To speak again of solitude, it becomes ever clearer that in truth there is nothing we can choose or avoid. We are solitary. We can delude ourselves and act as if this were not so. That is all we can do. How much better to realize from the start that that is what we are, and to proceed from there. It can, of course, make us dizzy, for everything our eyes rest upon will be taken from us, no longer is anything near, and what is far is endlessly far.
Borgeby gärd, Sweden, August 12, 1904
Letters to a Young Poet
Note about Rodin's hand sculpture, "Cathedral," found here:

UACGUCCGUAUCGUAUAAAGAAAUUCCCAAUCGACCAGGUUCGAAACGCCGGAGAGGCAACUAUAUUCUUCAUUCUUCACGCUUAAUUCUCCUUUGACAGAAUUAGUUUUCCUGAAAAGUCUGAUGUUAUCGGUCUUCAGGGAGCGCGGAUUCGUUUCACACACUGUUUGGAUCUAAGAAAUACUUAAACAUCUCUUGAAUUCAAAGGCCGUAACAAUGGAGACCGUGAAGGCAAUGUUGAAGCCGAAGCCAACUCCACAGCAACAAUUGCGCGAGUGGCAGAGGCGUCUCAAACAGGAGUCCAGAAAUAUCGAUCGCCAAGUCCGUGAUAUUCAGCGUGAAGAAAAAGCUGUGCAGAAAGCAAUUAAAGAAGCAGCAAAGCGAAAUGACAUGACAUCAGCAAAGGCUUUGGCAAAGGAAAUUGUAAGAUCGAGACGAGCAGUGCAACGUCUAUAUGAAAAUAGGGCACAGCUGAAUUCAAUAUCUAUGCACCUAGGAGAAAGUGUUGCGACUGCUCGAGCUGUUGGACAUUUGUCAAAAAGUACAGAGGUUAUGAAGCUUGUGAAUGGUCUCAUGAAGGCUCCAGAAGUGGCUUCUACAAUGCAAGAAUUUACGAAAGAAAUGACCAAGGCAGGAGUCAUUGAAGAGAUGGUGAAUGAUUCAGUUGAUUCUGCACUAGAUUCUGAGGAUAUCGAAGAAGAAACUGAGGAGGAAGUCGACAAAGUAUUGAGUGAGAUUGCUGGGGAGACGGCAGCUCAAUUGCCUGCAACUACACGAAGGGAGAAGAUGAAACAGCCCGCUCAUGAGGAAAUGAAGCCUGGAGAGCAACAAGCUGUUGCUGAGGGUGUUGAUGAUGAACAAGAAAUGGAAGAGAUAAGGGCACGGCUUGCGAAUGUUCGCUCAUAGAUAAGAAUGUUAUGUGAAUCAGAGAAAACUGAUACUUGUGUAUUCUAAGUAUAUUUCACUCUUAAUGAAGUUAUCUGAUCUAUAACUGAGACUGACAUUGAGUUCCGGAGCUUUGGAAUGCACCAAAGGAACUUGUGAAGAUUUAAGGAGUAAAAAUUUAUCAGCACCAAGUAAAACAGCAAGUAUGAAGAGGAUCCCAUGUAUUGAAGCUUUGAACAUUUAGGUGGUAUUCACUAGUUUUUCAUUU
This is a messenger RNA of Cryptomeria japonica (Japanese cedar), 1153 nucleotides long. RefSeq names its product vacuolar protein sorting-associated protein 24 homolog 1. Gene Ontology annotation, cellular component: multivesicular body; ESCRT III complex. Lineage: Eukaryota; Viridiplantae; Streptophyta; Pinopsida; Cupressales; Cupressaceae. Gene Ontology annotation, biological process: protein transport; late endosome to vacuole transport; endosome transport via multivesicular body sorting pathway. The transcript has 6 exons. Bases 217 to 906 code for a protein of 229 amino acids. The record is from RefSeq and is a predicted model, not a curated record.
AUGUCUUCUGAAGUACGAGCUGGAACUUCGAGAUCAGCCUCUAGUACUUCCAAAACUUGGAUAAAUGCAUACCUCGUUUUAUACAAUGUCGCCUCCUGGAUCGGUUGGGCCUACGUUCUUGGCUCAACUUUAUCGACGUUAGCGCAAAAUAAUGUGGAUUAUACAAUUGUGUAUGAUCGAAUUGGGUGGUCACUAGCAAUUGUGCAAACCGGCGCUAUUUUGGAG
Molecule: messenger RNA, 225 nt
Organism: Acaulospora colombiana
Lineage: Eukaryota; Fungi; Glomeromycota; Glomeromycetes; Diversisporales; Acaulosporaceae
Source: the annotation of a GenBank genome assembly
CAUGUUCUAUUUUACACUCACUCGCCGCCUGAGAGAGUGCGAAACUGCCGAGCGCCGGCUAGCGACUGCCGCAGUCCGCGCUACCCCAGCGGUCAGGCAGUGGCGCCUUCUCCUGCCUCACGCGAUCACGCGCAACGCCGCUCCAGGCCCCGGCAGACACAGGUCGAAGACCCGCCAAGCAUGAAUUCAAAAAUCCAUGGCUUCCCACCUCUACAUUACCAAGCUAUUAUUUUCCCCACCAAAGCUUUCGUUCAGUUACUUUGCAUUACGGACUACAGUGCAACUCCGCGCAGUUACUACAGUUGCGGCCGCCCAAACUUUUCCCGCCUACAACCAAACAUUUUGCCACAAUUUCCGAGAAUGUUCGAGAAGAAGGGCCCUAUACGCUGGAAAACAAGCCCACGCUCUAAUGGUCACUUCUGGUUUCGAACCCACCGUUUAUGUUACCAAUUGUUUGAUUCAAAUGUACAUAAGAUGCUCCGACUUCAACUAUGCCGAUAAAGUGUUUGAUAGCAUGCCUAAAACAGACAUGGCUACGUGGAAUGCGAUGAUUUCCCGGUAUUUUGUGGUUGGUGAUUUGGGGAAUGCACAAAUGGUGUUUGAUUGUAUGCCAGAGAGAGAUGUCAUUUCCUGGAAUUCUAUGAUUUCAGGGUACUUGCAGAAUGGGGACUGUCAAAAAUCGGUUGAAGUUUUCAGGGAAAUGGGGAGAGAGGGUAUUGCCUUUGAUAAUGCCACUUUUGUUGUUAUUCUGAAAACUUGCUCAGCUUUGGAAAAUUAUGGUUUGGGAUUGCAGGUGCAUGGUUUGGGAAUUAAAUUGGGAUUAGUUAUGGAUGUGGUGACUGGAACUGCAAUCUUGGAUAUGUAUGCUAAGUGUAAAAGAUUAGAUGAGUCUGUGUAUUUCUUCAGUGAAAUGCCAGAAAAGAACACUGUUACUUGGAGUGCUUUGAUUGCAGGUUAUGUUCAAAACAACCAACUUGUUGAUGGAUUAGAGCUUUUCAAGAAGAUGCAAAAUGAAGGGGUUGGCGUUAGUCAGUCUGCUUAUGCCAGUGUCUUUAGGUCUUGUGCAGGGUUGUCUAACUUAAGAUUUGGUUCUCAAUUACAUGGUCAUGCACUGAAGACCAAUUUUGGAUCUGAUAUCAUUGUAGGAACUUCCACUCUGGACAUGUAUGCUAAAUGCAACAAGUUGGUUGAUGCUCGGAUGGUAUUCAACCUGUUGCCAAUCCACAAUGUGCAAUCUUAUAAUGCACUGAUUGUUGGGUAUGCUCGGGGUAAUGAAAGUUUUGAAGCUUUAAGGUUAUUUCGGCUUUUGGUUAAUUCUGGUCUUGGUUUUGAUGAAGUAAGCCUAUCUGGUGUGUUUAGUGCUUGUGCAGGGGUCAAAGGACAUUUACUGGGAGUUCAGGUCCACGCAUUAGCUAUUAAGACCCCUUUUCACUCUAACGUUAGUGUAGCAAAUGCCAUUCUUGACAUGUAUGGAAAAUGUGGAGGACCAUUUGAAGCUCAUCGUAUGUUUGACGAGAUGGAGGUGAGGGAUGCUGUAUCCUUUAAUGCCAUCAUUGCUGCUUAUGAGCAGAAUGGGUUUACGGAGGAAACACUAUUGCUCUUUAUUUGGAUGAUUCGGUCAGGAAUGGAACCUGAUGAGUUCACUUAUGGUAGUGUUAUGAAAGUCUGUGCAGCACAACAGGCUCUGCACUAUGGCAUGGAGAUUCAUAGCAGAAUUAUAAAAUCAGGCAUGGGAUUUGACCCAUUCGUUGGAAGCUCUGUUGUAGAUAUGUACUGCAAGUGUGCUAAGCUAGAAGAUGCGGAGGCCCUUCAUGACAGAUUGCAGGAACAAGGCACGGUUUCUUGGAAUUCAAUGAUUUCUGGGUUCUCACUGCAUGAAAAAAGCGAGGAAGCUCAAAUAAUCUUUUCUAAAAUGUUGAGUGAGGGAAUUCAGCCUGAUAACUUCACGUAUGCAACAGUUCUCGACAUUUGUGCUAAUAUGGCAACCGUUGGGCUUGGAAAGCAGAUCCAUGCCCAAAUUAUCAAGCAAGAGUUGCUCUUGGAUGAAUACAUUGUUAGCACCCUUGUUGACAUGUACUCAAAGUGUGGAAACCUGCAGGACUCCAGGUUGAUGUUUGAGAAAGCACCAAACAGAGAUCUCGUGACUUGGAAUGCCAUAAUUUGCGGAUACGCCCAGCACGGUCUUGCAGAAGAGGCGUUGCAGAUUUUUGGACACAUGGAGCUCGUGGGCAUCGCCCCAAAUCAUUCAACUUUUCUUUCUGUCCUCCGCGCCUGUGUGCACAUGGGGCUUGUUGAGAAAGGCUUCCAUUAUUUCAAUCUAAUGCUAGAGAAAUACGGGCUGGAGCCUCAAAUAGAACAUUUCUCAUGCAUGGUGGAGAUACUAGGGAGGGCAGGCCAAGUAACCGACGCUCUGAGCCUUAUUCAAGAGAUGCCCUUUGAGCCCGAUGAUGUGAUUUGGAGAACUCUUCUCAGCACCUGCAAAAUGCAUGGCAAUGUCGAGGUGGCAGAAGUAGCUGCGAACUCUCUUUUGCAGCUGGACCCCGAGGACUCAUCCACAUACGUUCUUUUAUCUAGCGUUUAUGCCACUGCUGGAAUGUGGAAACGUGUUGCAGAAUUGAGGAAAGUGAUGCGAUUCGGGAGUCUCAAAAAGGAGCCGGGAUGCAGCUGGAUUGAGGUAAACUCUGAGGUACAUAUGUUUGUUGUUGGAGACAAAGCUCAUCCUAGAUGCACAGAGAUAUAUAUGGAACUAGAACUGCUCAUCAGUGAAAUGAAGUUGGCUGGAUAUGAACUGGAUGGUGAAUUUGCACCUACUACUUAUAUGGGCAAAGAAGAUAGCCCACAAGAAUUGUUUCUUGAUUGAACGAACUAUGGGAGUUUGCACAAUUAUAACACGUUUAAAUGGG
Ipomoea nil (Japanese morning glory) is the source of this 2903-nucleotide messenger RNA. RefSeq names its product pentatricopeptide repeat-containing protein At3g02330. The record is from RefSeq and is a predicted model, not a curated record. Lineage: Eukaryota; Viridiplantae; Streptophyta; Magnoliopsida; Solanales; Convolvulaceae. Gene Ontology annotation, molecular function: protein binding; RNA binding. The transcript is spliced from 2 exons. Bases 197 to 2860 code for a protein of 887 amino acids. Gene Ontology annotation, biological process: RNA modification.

Rodin was a highly original sculptural genius but he openly acknowledged his indebtedness to the artists who had preceded him; the masters of ancient Greece and The Renaissance; Phidias, Donatello, Michelangelo. He was also intensely interested in Gothic art, the cathedrals of France. After viewing and studying the Magnificent cathedral at Amiens he felt that the basic inspiration came from the voices of nature, from the trees with their strong limbs reaching upward. In the two right hands with fingers arching together he probably thought that he had discovered the source and inspiration for the gothic arch, that arch which with repetition and expansion led to the creation of the superb gothic cathedrals. The hands are obviously those of separate individuals. A spiritual communication between the two is expressed but the fingers and hands remain slightly separated. Could he, through that separation, have been expressing the aloneness of all human beings, the desire for a complete unification which is never realized?